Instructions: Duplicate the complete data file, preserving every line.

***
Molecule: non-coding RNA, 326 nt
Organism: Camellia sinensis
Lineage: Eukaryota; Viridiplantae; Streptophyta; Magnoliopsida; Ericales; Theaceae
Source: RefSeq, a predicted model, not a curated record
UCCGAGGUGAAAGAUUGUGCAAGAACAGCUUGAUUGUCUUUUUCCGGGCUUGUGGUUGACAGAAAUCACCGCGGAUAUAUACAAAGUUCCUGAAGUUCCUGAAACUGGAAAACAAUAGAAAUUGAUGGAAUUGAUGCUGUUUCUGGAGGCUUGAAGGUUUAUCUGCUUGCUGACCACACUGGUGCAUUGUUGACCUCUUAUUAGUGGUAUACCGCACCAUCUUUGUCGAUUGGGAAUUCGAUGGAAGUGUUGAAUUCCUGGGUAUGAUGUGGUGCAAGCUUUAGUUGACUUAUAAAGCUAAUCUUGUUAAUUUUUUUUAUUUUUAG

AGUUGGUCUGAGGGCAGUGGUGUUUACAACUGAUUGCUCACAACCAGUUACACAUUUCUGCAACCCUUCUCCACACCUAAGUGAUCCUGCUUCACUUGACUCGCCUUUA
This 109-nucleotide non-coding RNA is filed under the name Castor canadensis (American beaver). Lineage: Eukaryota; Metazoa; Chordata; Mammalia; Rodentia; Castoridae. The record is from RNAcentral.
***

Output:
Molecule: non-coding RNA, 326 nt
Organism: Camellia sinensis
Lineage: Eukaryota; Viridiplantae; Streptophyta; Magnoliopsida; Ericales; Theaceae
Source: RefSeq, a predicted model, not a curated record
UCCGAGGUGAAAGAUUGUGCAAGAACAGCUUGAUUGUCUUUUUCCGGGCUUGUGGUUGACAGAAAUCACCGCGGAUAUAUACAAAGUUCCUGAAGUUCCUGAAACUGGAAAACAAUAGAAAUUGAUGGAAUUGAUGCUGUUUCUGGAGGCUUGAAGGUUUAUCUGCUUGCUGACCACACUGGUGCAUUGUUGACCUCUUAUUAGUGGUAUACCGCACCAUCUUUGUCGAUUGGGAAUUCGAUGGAAGUGUUGAAUUCCUGGGUAUGAUGUGGUGCAAGCUUUAGUUGACUUAUAAAGCUAAUCUUGUUAAUUUUUUUUAUUUUUAG

AGUUGGUCUGAGGGCAGUGGUGUUUACAACUGAUUGCUCACAACCAGUUACACAUUUCUGCAACCCUUCUCCACACCUAAGUGAUCCUGCUUCACUUGACUCGCCUUUA
This 109-nucleotide non-coding RNA is filed under the name Castor canadensis (American beaver). Lineage: Eukaryota; Metazoa; Chordata; Mammalia; Rodentia; Castoridae. The record is from RNAcentral.